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Get Off The Stage

A New Six-Disc Set Documents Two Years of Live Suicide Havoc

Alex Fine
Suicide frontman Alan Vega developed a reputation for dealing with aggressive hecklers that's borne out on the new Live 1977-78 set

By Marc Masters | Posted 8/6/2008

"It seems you either love Suicide or you hate them," Lester Bangs wrote in 1980. "But even if you think their music is worthless, you must admit [they] have paid their dues in terms of sheer volume and ferocity of audience abuse." For years this has been a standard line regarding the New York duo of Alan Vega and Martin Rev: Sure their records are great, but did you hear about the time the crowd spit on them when they opened for the Clash? Or how Vega barely dodged a flying ax? Or how he got punched by a skinhead and bled through the rest of a set?

Until now, the only aural evidence of these legendary tales was the rare live LP 23 Minutes Over Brussels, which documented the first date on Suicide's June 1978 European tour with Elvis Costello--a jaunt their U.S. label head Marty Thau would later call the "Blood '78" tour. As heard on this wild recording, fans impatient to see Costello were enraged by Suicide's odd combination of throbbing drum machine and primitive synths from Rev and detached moans and random screams from Vega. As the pair churn out their repetitive songs, mixing proto-techno, rockabilly, and performance art, the crowd drowns them out with angry, deafening chants. (You can even hear Vega ask, "What are they saying?") Eventually a spectator swipes Vega's mic, forcing the duo to beat it, shrieking "Shut the fuck up!" as they exit. Based on this recording alone, the stories about Suicide's live gigs were true--this band knew how to drive audiences insane.

That record exists because of Howard Thompson, who worked for the British label, Bronze, that released Suicide's albums in Europe. He captured the gig with his tiny tape recorder and would go on to record many more, as would soundman Charles Ball. Live 1977-78 presents these documents in all their condenser-mic-muffled glory. (Ball actually used a pretty advanced Binaural system, but Suicide's pummeling noise taxed even that equipment.) Filling six discs with 13 complete sets from New York and Europe, this box is perhaps, as the back cover text admits, "Not for the fainthearted or casual fan." (Is there even such a thing as a casual Suicide fan?) But for anyone who thinks Suicide's studio albums lack the wildness of their legend, Live 1977-78 is vital.

Listening to all six discs in a row, it becomes easier to sympathize with Suicide's unruly audiences. The duo's MO was blunt, brutal repetition--sort of a musical Chinese water torture--and because its repertoire wasn't huge at the time, the box offers many versions of just a few songs. There are 10 takes on the swaying "Cheree," 11 versions of the metronomic "Ghost Rider," 11 more of the droning "Rocket USA." These minimalist mantras, made completely on electronic equipment at a time when most rock audiences accepted only guitar, bass, and drums, still sound unique today. Imagine what they might have sounded like to an audience who had never heard anything like it--an audience for whom Elvis Costello and the Clash represented an extreme. You probably would have screamed at Vega and Rev, too.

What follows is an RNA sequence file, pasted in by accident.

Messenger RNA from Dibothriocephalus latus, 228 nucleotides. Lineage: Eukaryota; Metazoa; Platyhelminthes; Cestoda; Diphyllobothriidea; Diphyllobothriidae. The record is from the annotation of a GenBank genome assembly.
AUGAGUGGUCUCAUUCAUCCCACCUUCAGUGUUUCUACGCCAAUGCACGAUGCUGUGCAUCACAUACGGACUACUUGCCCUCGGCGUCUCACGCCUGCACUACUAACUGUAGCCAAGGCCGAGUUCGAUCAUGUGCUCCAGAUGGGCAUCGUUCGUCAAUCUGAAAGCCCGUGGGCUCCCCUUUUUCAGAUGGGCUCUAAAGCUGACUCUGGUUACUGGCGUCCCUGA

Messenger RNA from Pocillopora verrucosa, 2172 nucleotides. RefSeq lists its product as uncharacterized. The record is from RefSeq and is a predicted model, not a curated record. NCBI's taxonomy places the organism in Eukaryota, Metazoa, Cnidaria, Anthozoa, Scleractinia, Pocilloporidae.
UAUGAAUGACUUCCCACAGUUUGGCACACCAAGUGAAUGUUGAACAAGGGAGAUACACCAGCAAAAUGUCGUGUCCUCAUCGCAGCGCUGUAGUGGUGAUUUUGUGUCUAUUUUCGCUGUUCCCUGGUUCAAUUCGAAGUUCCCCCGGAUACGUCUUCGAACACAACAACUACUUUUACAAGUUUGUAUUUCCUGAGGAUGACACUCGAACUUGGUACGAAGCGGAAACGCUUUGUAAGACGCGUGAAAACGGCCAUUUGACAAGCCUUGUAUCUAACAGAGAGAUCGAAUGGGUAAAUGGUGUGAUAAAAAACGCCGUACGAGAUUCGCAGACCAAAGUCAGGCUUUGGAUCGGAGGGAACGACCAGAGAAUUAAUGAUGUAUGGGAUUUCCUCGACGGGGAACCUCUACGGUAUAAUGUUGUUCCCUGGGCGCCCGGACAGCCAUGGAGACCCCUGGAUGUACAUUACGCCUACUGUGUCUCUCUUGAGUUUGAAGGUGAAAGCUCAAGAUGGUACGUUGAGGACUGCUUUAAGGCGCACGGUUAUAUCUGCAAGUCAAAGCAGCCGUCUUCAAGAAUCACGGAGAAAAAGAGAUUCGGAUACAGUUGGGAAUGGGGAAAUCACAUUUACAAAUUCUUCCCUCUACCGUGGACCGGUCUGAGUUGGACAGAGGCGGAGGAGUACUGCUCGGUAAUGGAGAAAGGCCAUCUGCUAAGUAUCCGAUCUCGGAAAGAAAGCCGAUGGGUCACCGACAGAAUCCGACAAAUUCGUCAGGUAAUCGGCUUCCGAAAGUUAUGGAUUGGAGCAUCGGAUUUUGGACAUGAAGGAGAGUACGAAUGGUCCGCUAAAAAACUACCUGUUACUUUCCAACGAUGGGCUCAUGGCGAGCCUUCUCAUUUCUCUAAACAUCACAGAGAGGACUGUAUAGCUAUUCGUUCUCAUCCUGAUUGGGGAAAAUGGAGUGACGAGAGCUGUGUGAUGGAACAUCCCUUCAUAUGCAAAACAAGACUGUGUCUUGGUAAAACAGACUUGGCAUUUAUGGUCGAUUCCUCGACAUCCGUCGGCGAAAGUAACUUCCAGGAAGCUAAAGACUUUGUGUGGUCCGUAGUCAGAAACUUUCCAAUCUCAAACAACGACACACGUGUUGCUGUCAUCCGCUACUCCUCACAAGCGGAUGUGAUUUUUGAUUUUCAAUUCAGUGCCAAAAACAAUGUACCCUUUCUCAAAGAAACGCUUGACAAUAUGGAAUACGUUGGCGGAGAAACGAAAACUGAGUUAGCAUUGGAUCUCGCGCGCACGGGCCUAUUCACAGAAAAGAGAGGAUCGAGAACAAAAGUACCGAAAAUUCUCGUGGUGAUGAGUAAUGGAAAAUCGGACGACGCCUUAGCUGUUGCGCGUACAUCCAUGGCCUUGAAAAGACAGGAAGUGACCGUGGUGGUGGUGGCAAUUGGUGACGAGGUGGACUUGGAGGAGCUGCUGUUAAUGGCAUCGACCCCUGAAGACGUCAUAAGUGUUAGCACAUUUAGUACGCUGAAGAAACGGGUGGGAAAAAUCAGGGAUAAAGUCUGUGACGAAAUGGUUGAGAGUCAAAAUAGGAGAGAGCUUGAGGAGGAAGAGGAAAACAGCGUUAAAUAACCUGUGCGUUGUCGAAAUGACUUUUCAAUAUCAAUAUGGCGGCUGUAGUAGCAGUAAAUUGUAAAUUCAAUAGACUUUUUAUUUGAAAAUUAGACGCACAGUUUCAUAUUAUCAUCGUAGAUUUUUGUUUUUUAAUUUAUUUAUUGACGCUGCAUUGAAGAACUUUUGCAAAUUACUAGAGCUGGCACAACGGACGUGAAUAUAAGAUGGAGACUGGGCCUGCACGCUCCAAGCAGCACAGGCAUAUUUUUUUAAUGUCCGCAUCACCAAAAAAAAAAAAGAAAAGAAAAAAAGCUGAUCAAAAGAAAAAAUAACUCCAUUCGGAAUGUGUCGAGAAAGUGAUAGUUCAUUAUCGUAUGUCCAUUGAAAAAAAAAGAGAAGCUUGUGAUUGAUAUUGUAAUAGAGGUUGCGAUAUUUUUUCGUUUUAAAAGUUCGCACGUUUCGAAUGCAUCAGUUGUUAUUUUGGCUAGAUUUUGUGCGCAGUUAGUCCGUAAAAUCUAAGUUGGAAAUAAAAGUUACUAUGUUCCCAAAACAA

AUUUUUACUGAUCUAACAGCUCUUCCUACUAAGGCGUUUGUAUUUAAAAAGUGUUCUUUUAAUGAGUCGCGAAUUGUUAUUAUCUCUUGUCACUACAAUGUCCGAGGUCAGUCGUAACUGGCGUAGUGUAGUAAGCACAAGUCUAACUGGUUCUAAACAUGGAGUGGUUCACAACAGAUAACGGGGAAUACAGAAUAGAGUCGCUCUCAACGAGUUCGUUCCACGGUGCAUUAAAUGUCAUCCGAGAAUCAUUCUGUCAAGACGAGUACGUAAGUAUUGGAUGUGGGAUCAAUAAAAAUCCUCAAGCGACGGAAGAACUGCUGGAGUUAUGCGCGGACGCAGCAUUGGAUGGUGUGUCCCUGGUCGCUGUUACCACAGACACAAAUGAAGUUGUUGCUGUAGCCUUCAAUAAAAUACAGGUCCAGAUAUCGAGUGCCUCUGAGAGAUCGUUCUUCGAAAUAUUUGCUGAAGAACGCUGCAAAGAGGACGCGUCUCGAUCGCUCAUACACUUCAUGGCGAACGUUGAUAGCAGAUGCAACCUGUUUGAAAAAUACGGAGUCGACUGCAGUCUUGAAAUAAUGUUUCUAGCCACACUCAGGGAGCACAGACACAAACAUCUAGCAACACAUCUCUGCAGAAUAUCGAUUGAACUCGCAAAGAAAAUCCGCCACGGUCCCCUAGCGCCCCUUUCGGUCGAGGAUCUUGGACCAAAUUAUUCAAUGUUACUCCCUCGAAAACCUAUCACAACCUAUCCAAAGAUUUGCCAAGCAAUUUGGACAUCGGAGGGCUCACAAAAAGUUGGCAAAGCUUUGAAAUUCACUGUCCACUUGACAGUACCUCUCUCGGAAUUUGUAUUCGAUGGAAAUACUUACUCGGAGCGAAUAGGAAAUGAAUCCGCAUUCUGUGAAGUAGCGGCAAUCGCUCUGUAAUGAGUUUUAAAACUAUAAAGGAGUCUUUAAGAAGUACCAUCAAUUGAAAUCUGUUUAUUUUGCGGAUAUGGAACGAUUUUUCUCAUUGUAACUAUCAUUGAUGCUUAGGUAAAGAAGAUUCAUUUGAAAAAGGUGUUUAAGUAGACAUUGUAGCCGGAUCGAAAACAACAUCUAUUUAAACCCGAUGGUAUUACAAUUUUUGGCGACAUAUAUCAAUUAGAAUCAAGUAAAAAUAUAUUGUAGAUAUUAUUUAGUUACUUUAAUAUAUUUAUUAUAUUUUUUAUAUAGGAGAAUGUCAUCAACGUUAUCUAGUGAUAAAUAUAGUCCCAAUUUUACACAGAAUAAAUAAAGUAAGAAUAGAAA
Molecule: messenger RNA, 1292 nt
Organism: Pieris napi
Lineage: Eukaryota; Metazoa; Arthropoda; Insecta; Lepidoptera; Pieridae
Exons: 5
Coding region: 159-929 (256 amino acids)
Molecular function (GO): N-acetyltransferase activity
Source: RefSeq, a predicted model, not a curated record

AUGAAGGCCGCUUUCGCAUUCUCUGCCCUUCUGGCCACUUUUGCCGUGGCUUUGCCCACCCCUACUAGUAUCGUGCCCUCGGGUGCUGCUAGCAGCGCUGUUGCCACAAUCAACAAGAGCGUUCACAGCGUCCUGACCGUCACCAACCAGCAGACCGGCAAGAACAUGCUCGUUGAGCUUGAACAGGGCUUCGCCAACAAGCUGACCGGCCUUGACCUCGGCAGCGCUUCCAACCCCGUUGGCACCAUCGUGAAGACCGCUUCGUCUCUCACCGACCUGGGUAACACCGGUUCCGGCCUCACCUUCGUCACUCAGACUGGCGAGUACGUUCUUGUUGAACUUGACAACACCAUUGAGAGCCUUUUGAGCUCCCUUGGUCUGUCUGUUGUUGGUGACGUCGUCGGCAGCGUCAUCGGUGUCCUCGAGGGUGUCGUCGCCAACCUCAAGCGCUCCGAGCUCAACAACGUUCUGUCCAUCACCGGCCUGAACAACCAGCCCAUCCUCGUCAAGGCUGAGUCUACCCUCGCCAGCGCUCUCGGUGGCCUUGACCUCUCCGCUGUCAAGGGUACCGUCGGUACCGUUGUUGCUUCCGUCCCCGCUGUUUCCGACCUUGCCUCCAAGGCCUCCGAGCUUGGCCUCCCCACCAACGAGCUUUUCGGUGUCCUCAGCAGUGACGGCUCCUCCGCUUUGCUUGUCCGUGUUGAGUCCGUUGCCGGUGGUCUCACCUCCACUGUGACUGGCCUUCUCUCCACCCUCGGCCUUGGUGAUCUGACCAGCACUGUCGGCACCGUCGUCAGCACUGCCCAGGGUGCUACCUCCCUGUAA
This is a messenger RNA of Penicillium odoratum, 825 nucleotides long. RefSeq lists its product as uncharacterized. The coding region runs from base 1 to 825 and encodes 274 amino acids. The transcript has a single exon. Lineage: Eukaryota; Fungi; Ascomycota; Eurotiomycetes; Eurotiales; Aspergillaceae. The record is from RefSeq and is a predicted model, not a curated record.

The thing is, people didn't always scream. On many of these recordings, there's a clear appreciation for Suicide's music--you can even hear cheers and applause in spots. (According to Thompson, after the Clash tour, a set of headlining shows brought out won-over Clash fans.) As the box unfolds, all the repetition reveals nuances in Suicide's approach, a hypnotic beauty that only grew stronger the longer each piece droned on. Take the mesmerizing "Cheree," whose various iterations alternately sound like a dreamy pre-shoegaze ballad, a surreal noise samba, or a mechanical rain dance.

Part of Suicide's appeal comes from Vega's bold responses to his hecklers. He regularly spit venom back at the crowd, but with a detachment that kept him above the fray. On a July 1978 London recording, he snarls at an audience member with typical deadpan: "Take it easy, man. It don't fucking matter." (Bangs reported that at a gig opening for the Ramones in January of the same year, Vega shouted, "What are you all booin' for? You're all gonna fucking die.") Listening to him bait and defeat crowd after crowd, it's obvious why nihilistic no-wave bands such as the Contortions and Teenage Jesus and the Jerks found his futility rap so enticing.

Vega turns 60 this year, and to commemorate, the Blast First Petite label has initiated a series of EPs featuring Suicide covers by Liars, Grinderman, Spiritualized, and even Bruce Springsteen. Those are bound to amuse, but Vega's true legacy is embodied by the pulsing tones, screeching noise, and human spectacle of Live 1977-78. It's a sound that can still drive listeners to distraction--even those who've heard it borrowed and copied repeatedly, in the three decades since Suicide first blasted its earth-scorching music into unsuspecting ears.

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